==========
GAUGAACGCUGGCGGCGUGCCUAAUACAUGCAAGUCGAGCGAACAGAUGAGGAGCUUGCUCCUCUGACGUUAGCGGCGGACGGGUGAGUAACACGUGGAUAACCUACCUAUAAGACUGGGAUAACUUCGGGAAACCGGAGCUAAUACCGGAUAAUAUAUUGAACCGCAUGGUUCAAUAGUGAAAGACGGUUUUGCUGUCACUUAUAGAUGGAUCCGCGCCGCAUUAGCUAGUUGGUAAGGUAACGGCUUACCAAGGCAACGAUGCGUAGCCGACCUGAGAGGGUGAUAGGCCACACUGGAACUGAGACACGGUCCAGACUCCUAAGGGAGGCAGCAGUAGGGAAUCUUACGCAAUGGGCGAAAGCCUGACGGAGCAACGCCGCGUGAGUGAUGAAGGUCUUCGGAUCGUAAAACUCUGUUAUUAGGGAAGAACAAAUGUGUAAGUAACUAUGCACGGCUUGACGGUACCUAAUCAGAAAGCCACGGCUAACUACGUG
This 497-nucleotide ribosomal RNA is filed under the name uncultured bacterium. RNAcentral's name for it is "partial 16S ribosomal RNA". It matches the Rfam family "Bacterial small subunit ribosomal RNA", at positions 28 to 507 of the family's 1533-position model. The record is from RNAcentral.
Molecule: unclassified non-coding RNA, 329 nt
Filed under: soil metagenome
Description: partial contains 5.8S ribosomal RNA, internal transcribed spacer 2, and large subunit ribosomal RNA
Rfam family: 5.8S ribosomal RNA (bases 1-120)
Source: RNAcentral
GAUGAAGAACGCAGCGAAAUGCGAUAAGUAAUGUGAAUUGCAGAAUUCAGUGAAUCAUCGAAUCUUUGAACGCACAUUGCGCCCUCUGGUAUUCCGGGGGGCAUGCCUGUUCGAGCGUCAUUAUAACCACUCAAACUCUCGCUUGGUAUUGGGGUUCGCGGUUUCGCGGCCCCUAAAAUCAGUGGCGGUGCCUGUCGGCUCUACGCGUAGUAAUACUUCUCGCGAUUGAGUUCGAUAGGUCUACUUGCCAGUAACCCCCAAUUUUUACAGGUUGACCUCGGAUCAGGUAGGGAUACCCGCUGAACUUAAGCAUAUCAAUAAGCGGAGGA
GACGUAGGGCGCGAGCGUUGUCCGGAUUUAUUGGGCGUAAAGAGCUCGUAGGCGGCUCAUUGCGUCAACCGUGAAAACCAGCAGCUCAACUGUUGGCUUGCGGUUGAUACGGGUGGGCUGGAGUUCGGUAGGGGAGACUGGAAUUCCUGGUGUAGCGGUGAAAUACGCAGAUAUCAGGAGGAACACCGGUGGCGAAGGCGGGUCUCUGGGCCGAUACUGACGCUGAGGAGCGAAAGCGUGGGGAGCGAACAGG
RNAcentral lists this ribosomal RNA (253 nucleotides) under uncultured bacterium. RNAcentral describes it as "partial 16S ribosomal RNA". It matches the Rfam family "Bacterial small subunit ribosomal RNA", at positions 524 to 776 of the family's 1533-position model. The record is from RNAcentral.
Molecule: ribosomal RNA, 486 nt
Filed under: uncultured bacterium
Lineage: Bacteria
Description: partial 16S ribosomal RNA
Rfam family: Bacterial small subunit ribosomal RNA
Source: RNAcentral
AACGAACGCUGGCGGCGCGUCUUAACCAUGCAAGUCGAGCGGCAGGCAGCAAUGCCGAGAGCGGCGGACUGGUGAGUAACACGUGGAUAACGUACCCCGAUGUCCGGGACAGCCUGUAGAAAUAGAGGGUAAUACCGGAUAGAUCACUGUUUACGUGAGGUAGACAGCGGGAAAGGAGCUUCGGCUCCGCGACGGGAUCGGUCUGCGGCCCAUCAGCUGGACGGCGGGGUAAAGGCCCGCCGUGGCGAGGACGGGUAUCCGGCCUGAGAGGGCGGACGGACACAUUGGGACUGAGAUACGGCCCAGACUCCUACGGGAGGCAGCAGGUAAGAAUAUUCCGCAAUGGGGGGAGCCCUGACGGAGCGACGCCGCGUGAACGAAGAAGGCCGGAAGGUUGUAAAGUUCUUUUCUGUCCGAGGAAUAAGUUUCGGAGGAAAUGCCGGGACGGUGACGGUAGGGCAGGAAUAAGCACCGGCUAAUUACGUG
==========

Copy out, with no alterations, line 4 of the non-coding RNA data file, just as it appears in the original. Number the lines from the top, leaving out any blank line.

Filed under: soil metagenome